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I copy news articles pertaining to research, news and information for Parkinson's disease, Dementia, the Brain, Depression and Parkinson's with Dystonia. I also post about Fundraising for Parkinson's disease and events. I try to be up-to-date as possible. I have Parkinson's diseases as well and thought it would be nice to have a place where updated news is in one place. That is why I began this blog.
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Saturday, February 20, 2016
Friday, February 19, 2016
Feb. 19, 2016
Lausanne, Switzerland (Scicasts) — Researchers led by EPFL have found how lactate, a waste product of glucose metabolism can protect neurons from damage following acute trauma such as stroke or spinal cord injury.
Stroke or spinal cord injury can cause nerve cells to receive excessive stimulation, which ultimately damages and even kills them. This process is known as excitotoxicity, and it is one of the reasons why time following such trauma is critical, while it also implicated in progressive neurodegenerative diseases, e.g. Alzheimer's .
A team of scientists led by EPFL has now discovered that lactate, which is produced in the brain and even muscles after intense exercise, can be used to protect neurons against excitotoxicity. The study is published in the Nature journal Scientific Reports.
Step-by-step description of how lactate protects neurons against excitotoxicity: (1) Excessive glutamate activity triggers a strong influx of calcium (Ca2+) into the neuron through NMDA receptors, which leads to cell death. (2) Lactate is transported into the neuron and (3) converted to pyruvate by the enzyme lactate dehydrogenase (LDH). (4) Pyruvate is then transported into mitochondria by the mitochondrial pyruvate carrier (MPC) where it generates ATP. (5) ATP is then released through pannexins and activates the receptor P2Y, which (6) activates the PI3K pathway. (7) This triggers the opening of potassium channels (K+), which causes the neuron to hyperpolarize, decreasing the neuron's excitability, and thus protecting it from excitotoxic damage. Image: Pascal Jourdain (EPFL)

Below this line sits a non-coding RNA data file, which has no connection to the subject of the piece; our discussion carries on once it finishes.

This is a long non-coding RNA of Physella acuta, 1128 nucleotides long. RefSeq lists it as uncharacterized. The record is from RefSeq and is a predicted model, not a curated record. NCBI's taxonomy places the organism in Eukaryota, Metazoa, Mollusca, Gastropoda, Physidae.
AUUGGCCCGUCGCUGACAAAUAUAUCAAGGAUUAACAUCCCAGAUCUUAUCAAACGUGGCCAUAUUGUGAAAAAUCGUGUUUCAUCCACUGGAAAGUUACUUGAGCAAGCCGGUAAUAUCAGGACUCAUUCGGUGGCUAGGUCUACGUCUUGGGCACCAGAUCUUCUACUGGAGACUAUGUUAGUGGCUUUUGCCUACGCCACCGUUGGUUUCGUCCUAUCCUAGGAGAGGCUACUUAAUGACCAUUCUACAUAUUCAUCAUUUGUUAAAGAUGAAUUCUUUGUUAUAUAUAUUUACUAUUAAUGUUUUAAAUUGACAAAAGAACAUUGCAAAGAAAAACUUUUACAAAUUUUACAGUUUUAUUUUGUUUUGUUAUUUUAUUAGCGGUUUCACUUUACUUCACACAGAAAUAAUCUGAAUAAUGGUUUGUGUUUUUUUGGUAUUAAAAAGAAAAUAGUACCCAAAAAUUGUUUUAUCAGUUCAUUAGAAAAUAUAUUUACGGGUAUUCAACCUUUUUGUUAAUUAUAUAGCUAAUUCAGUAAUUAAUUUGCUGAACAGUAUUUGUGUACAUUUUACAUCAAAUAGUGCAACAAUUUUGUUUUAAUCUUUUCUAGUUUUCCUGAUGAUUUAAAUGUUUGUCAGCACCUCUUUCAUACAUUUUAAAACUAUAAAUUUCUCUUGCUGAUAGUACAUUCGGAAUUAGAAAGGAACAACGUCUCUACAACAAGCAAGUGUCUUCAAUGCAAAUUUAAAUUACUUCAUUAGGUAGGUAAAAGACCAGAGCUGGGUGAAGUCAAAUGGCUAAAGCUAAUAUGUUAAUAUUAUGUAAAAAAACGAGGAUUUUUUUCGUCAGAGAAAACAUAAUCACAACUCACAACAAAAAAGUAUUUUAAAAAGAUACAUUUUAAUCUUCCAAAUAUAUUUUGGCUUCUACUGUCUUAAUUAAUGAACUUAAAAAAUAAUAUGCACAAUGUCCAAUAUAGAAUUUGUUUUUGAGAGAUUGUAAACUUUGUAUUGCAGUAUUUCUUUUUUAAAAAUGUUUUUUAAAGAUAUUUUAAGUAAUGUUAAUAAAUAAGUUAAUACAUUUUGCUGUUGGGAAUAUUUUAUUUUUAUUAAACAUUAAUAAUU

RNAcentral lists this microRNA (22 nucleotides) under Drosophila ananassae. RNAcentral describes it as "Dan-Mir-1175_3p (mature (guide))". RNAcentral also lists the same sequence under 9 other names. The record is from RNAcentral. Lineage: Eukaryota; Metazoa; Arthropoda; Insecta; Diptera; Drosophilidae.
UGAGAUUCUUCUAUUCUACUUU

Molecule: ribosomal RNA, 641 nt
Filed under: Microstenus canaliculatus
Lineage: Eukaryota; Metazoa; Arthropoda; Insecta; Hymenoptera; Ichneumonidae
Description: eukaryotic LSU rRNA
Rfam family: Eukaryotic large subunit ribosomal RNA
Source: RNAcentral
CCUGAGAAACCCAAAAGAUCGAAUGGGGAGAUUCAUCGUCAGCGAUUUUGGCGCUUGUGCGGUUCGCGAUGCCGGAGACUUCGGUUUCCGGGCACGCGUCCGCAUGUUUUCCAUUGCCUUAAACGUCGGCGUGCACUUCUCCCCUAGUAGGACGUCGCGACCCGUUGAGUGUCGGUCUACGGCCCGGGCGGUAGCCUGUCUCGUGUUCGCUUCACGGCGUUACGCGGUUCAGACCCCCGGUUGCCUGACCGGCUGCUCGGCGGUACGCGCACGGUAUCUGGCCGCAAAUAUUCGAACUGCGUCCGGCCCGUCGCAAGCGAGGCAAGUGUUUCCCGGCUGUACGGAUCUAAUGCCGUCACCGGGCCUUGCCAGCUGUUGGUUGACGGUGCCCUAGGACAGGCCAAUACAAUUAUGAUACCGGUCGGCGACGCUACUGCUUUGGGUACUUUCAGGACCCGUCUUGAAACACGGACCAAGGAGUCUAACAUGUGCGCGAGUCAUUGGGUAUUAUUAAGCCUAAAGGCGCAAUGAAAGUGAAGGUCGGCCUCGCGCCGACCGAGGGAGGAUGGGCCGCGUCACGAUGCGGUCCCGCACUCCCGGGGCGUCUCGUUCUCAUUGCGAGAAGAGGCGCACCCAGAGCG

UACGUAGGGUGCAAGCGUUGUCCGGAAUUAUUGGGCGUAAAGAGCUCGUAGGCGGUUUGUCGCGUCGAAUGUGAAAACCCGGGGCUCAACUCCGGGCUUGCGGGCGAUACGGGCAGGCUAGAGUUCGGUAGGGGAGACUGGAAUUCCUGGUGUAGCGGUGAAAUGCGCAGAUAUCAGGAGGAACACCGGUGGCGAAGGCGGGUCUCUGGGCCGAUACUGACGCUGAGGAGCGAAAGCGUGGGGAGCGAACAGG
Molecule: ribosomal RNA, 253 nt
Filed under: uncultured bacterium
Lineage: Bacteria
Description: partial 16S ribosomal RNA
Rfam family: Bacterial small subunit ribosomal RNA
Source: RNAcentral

Following acute trauma such as a stroke or spinal cord injury, a certain type of receptors go into overdrive and overwhelm the target neuron with a barrage of electrical signals. This causes a build-up of calcium ions inside the neuron, which triggers toxic biochemical pathways that ultimately damage or kill it.
The receptors that cause this are called NMDA receptors, and interact with the neurotransmitter glutamate. NMDA receptors are a major target in research and medicine, as they are implicated in a number of disorders, including epilepsy, schizophrenia, and even Alzheimer's.
A team of researchers led by Pierre Magistretti from EPFL and the King Abdullah University of Science and Technology, investigated the effects of glutamate on cultured neurons from the brains of mice. The scientists used a new, non-invasive imaging technique called Digital Holographic Microscopy that can visualize cells structure and dynamics with nanometer-level resolution.
Previous studies have suggested that, lactate could protect neurons against excitotoxicity. Lactate is produced in the brain and in muscles after intense exercise as a waste product of glucose metabolism. Nonetheless, how lactate protects neurons has eluded scientists until now.
The researchers tested the effects of glutamate on the mouse neurons with and without lactate. The results were revealing: glutamate killed 65% of the neurons, but when with lactate, that number dropped to 32%.